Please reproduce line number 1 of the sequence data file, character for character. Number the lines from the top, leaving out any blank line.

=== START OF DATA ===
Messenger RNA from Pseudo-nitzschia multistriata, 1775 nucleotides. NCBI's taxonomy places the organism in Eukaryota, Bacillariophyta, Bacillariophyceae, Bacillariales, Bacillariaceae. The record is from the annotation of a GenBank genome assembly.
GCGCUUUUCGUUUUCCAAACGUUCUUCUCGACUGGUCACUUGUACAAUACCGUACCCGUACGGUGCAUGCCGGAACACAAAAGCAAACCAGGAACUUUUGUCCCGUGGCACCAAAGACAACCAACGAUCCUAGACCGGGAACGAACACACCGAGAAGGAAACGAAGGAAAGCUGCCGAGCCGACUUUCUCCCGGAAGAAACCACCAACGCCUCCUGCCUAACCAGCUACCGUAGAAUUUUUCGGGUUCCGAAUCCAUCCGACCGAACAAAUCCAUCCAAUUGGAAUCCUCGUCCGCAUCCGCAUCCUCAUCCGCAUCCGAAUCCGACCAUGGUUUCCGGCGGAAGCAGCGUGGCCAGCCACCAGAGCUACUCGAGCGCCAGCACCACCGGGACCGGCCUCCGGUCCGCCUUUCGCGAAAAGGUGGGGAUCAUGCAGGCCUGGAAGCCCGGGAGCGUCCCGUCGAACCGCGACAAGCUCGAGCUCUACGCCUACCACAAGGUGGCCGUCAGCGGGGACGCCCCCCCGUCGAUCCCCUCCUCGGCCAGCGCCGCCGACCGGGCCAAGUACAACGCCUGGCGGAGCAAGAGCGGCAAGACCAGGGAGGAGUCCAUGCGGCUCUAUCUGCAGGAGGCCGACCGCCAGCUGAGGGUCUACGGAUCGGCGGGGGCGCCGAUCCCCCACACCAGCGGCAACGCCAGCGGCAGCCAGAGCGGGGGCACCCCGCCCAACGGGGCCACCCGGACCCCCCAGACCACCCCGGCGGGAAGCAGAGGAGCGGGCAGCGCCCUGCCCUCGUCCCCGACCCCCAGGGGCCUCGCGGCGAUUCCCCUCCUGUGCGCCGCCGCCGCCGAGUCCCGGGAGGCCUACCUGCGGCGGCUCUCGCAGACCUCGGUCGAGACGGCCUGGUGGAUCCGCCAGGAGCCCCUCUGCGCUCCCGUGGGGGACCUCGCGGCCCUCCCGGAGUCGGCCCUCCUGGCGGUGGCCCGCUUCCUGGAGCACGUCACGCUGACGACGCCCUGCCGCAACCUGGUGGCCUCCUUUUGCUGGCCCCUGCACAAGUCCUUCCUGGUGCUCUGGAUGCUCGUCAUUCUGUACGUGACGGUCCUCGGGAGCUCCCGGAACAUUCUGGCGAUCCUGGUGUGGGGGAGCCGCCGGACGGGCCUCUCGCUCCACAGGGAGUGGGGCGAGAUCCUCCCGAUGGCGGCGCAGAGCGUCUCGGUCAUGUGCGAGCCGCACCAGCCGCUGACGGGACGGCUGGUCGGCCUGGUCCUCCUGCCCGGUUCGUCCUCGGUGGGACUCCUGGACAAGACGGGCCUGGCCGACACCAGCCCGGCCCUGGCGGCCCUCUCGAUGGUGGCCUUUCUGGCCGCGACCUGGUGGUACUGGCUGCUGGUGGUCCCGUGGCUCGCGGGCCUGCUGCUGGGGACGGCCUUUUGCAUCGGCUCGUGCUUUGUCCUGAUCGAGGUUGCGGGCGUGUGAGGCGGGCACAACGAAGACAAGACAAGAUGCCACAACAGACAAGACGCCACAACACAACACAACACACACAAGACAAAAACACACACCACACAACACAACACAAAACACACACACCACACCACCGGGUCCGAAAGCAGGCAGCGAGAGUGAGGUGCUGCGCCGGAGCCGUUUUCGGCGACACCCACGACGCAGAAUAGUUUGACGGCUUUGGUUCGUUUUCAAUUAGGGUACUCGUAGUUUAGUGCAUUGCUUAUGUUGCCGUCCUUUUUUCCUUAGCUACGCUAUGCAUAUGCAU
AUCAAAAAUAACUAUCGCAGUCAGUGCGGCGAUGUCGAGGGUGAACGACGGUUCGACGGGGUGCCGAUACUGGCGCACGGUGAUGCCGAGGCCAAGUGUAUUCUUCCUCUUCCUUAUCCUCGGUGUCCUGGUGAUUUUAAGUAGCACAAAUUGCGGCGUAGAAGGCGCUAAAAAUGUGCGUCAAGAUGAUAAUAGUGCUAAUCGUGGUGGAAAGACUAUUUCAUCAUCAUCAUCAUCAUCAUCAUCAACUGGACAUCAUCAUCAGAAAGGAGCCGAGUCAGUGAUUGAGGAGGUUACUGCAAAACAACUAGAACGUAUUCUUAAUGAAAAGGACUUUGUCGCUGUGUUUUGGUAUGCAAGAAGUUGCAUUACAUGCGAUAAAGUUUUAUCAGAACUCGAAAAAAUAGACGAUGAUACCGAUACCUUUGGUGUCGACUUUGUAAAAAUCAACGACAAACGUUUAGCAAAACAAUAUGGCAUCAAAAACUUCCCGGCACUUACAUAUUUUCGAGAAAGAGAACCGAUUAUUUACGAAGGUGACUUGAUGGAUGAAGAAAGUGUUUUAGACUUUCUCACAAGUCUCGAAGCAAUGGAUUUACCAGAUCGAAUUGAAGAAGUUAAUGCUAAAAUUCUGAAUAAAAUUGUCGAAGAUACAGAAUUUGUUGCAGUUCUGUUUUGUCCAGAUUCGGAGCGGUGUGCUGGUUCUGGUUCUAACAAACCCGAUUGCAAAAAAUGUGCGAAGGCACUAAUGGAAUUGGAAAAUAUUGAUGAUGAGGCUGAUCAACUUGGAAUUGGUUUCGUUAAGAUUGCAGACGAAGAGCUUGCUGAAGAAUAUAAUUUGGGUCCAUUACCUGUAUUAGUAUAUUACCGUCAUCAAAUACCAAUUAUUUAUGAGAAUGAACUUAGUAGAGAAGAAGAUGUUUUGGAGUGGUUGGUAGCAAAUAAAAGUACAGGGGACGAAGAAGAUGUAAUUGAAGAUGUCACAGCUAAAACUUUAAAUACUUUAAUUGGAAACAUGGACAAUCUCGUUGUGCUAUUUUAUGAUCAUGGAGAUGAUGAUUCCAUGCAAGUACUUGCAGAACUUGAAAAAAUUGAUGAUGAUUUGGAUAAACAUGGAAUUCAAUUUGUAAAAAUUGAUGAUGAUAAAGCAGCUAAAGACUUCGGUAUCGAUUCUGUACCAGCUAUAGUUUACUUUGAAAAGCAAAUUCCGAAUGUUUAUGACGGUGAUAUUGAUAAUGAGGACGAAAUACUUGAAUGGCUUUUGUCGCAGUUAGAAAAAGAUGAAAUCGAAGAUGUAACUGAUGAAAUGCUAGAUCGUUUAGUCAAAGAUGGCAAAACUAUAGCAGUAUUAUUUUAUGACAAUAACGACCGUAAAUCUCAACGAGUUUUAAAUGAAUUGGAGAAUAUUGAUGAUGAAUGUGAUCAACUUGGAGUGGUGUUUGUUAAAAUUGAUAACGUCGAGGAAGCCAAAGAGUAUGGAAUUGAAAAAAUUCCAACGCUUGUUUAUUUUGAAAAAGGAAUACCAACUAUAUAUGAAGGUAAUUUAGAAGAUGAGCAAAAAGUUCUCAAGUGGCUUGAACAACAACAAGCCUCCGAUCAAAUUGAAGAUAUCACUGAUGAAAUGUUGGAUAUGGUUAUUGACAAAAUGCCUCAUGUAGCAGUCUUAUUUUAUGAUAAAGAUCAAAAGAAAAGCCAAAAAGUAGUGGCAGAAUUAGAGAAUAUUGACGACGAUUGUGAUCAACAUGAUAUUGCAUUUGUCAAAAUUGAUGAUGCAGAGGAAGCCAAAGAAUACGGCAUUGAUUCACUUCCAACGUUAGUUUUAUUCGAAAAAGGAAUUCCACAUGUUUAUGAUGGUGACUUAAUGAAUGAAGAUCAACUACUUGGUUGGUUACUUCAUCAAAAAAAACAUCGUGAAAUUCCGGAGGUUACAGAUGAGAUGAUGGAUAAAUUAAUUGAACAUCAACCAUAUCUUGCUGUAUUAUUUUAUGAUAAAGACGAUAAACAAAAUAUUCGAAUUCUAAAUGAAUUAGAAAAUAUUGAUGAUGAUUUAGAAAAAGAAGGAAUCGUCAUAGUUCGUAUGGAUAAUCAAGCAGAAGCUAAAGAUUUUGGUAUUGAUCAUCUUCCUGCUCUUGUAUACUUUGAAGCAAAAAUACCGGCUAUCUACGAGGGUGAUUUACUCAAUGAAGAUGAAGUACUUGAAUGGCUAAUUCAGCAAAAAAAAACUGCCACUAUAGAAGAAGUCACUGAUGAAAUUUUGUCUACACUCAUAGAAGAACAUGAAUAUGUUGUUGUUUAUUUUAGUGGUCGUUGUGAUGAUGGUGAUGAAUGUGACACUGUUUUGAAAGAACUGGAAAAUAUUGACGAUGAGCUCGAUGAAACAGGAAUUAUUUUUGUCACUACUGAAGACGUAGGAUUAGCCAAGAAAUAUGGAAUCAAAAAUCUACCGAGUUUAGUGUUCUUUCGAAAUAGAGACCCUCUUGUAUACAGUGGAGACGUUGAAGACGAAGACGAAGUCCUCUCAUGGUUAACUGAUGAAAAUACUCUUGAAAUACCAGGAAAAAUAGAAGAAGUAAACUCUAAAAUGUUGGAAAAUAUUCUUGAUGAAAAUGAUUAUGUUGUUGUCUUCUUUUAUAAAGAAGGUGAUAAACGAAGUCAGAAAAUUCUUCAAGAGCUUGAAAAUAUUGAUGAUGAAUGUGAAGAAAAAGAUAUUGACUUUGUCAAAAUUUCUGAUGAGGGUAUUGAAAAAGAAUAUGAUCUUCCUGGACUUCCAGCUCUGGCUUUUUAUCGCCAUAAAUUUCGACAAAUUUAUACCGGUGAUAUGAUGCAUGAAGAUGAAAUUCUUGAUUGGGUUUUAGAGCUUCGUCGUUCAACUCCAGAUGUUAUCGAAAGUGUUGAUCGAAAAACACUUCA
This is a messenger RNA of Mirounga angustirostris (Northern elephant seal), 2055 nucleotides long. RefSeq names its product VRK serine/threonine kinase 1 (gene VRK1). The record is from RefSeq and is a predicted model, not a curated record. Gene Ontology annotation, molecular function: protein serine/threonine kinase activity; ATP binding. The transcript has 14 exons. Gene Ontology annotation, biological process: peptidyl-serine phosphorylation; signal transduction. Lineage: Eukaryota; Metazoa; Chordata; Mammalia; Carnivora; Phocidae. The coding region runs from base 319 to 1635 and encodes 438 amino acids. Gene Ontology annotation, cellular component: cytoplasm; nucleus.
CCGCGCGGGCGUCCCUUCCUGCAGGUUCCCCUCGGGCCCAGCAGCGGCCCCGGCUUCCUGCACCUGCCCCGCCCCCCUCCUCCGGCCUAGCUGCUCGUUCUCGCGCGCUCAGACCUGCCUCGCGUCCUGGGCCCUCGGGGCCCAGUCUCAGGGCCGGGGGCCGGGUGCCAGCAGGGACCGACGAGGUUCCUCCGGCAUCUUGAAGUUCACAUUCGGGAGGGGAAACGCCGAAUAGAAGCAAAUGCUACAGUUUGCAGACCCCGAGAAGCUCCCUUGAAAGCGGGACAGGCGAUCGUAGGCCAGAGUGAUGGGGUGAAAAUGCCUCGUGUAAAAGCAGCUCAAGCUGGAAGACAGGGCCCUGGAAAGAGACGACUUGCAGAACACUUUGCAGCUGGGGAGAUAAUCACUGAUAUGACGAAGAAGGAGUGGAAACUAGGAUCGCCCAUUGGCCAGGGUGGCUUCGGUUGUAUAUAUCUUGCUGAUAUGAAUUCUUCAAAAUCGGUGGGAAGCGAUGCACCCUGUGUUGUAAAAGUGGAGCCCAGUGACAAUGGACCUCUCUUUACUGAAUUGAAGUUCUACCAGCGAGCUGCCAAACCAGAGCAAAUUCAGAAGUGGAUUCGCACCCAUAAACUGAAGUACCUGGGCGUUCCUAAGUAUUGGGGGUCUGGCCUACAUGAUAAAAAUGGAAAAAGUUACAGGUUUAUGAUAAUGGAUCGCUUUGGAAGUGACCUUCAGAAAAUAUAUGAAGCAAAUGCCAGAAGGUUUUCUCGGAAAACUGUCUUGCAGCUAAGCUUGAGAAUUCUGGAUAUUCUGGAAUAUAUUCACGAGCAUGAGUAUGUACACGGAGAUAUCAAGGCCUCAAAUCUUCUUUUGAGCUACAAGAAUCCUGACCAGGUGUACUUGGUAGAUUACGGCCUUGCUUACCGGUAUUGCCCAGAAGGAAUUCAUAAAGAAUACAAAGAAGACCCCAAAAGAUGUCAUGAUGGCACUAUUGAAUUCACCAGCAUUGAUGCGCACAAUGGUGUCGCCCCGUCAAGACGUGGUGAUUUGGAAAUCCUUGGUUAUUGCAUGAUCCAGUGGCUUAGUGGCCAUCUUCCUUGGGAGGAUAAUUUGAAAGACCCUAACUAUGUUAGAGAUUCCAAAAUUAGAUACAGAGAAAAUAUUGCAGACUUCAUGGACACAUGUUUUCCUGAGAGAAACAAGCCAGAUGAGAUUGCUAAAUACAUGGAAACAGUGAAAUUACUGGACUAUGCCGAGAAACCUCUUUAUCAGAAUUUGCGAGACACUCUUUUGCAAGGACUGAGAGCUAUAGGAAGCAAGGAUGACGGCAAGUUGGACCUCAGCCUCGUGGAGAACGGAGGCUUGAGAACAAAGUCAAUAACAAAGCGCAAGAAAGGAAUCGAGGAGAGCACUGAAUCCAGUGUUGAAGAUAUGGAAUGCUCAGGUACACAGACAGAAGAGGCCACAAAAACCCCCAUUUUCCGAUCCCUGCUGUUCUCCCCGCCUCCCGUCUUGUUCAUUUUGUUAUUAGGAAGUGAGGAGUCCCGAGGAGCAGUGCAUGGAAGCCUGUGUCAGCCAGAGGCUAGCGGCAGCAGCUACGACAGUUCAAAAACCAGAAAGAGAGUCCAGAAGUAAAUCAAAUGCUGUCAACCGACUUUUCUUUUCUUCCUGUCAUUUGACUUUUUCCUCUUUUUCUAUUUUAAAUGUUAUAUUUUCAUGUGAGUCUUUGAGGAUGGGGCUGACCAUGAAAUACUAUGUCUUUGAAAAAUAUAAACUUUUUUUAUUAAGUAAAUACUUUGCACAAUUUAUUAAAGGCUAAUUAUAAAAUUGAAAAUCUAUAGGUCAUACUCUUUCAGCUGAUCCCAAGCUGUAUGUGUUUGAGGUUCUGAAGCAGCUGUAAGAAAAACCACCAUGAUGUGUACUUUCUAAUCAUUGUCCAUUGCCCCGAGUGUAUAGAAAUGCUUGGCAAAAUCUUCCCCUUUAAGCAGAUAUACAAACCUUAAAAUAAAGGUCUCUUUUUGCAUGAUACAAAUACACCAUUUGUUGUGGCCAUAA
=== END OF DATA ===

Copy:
Messenger RNA from Pseudo-nitzschia multistriata, 1775 nucleotides. NCBI's taxonomy places the organism in Eukaryota, Bacillariophyta, Bacillariophyceae, Bacillariales, Bacillariaceae. The record is from the annotation of a GenBank genome assembly.